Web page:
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Reviewed by:
  • Postwar Vietnam: Dynamics of a Transforming Society
  • Jill Keesbury, Ph.D.
Postwar Vietnam: Dynamics of a Transforming Society Edited by: Hy V. Luong Publisher: Institute of Southeast Asia Studies, Singapore, in association with Rowman & Littlefield Publishers Incorporated, USA (2003) ISBN: 0-8476-9865-3 (Rowman and Littlefield Publishers, Inc., USA) ISBN: 981-230-207-7 (ISEAS, Singapore)

As the subtitle of this edited volume suggests, editor Hy V. Luong and his contributors contend that contemporary Vietnam is undergoing a major period of economic, social, and cultural transformation. Over the past decade, the country's socialist government has loosened longstanding social and economic controls, spurring the period of change and adaptation examined in this book. The extent of these new developments, as identified by the authors, is striking. Since the late 1980s, a market-based economy has emerged in Vietnam, women's earning power has increased substantially, and state controls over cultural and intellectual life have begun to diminish. However, at the same time, rural-urban inequality has grown, women's bodies have become increasingly commodified, and environmental pollution is emerging as a serious concern. This wide-ranging book details a variety of the interconnected dimensions driving, and resulting from, these transformations. While this volume does not focus primarily on demographic events, it does identify increasing influxes of rural-to-urban migration as an important factor shaping the country's postwar development. Andrew Hardy's overview of internal migration (chapter 4) addresses this issue most specifically, and other contributors examine population-related concerns secondarily, making this book of interest to many readers of this journal.

In his introduction, Luong argues that recent transformations in Vietnam are the result of an ongoing "dialogue" between the state and society. While this dialogical relationship is not new to modern Vietnam, he contends that the economic and political forces of globalization have increased pressures on the state to liberalize. The result has been a series of continuing and self-perpetuating reforms, the most notable of which was the 1986 Doi Moi (economic renovation) which ushered in the country's transformation from a controlled socialist economy to a market-based system. While this is the central thesis of the volume according to Luong's introduction, this theme is present, but not as clearly articulated, in the following largely descriptive chapters. The most notable exception to this is the first chapter by Benedict J. Tria Kerkvliet, which more fully develops the dialogical model of change in Vietnam by exploring a number of competing interpretations of state-society interaction.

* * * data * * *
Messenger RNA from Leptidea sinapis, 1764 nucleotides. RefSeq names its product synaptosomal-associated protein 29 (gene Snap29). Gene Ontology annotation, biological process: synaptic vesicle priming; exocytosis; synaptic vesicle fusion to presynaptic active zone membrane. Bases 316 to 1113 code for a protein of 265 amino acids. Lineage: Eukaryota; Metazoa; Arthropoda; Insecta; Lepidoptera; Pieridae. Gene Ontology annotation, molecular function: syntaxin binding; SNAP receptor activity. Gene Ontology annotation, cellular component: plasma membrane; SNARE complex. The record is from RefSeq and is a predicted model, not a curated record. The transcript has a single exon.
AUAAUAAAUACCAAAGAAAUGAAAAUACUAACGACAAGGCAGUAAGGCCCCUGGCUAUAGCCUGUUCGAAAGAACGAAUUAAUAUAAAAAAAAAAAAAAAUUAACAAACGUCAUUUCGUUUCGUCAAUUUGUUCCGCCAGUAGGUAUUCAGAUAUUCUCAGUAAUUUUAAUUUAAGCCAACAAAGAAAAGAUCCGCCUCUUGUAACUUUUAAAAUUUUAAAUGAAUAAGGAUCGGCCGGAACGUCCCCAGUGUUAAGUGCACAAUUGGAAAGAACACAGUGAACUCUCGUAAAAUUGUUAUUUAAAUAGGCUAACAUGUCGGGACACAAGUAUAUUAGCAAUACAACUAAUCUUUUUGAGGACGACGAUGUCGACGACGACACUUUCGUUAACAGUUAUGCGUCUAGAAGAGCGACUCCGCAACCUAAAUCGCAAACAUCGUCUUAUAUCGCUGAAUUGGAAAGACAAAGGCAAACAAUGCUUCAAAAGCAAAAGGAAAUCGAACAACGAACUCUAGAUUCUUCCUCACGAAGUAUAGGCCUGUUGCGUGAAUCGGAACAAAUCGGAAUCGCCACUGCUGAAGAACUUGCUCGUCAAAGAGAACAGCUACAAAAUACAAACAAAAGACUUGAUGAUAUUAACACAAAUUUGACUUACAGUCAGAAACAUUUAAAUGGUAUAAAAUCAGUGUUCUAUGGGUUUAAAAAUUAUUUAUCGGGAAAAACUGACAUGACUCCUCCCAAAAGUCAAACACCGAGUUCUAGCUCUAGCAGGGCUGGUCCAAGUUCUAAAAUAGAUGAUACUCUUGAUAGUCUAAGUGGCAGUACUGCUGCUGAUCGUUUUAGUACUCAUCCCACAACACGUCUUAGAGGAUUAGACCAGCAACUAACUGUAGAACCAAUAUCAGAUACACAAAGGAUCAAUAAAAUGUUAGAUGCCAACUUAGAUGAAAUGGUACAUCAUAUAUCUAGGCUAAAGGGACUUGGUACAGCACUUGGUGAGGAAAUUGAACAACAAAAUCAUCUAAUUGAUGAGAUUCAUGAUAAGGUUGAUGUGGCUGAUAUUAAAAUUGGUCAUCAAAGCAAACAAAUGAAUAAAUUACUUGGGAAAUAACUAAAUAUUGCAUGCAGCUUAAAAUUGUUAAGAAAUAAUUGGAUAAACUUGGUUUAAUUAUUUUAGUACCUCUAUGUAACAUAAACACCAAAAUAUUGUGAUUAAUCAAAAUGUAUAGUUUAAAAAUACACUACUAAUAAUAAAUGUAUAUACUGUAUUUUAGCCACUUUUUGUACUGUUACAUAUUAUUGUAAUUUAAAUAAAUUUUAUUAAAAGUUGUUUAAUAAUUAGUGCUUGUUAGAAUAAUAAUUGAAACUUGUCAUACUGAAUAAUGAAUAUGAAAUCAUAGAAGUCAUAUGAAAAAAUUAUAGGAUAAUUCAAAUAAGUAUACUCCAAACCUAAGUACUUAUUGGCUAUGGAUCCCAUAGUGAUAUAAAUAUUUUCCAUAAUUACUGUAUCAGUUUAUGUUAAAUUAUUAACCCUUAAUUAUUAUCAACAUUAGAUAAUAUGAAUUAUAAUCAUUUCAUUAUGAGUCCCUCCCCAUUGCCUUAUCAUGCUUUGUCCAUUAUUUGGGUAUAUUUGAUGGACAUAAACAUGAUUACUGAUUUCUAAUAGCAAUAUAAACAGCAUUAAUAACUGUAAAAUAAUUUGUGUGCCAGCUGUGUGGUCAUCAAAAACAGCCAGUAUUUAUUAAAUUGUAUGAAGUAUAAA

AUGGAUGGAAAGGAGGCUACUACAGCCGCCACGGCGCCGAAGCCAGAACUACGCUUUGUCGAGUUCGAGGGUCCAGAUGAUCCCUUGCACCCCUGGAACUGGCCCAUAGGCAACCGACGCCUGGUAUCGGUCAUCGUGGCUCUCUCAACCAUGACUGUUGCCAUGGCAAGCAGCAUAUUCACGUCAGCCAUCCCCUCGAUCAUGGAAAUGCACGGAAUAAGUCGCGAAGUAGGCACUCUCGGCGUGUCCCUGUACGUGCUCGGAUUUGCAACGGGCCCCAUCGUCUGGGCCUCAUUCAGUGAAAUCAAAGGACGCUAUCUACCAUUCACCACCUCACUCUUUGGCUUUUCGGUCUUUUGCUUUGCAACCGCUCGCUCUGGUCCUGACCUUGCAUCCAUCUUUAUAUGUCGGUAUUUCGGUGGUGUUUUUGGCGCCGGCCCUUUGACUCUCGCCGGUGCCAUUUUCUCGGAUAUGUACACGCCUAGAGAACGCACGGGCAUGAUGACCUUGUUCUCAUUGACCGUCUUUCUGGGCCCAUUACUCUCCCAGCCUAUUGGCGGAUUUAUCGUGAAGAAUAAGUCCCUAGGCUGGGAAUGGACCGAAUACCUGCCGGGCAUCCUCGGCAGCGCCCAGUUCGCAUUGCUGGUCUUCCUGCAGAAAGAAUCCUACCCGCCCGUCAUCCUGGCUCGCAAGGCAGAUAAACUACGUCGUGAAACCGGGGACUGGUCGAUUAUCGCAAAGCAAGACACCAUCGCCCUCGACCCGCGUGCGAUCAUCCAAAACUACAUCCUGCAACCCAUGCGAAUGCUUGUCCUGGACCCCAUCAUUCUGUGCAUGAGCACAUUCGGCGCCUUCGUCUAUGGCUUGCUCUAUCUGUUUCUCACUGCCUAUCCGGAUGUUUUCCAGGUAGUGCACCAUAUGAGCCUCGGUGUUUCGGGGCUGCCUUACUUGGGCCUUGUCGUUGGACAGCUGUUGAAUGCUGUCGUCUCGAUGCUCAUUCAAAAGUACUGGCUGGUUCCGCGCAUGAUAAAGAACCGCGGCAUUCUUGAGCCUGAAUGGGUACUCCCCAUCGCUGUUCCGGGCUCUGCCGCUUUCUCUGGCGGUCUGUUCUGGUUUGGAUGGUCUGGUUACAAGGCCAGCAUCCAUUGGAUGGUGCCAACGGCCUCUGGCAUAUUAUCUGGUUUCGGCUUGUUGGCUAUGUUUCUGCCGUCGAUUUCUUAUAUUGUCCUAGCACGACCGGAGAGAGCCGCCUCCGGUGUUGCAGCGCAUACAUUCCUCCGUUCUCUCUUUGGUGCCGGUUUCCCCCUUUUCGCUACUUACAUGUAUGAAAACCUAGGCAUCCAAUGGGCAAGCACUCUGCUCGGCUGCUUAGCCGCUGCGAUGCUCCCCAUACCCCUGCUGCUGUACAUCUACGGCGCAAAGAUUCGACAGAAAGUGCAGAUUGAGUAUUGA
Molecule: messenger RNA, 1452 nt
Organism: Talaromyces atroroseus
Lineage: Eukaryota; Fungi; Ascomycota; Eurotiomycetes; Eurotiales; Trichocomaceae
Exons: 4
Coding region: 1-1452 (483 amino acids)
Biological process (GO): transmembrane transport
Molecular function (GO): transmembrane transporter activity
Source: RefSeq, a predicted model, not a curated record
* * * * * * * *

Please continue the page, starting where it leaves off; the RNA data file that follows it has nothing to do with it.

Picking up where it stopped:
The book's strength lies in its ability to construct an image of Vietnam as a dynamic, multifaceted society in the throes of political and economic transformation. Each of the nine chapters [End Page 122] details some aspect of these recent changes. Chapter one, as noted above, explains evolving state policy as a function of a somewhat imperfect dialogue between ideas and institutions. The next three chapters address the changing relationships between urban and rural areas. In chapter two, Melanie Beresford discusses the sharp rise in urban-rural inequality associated with the country's transition to a market economy, and warns of emerging tensions in a society ingrained with socialist notions of fairness. Editor Hy V. Luong contributes a chapter on the socioeconomic and sociocultural aspects of this regional inequality, arguing that the often-contradictory interplay between local-level factors, global market forces, and the government have exerted influence on the emerging processes of differentiation. Andrew Hardy provides insight into the demographic aspects of the urban-rural divide, tracing the history of migration from the 1950s to the present. He argues that a lack of faith in the socialist project created a wave foreign-bound boat people in the 1980s, while the Doi Moi land reforms facilitated a new phase of legal internal migration in the 1990s. Even though many of these new migrants head to urban centers, Hardy contends this movement remains comparatively low for Southeast Asia, a condition that he attributes to the government's lack of vision in dismantling socialist administrative structures designed to limit mobility.

Chapters five, six, and seven review a series of problems associated with the country's recent rapid changes...


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pp. 122-124
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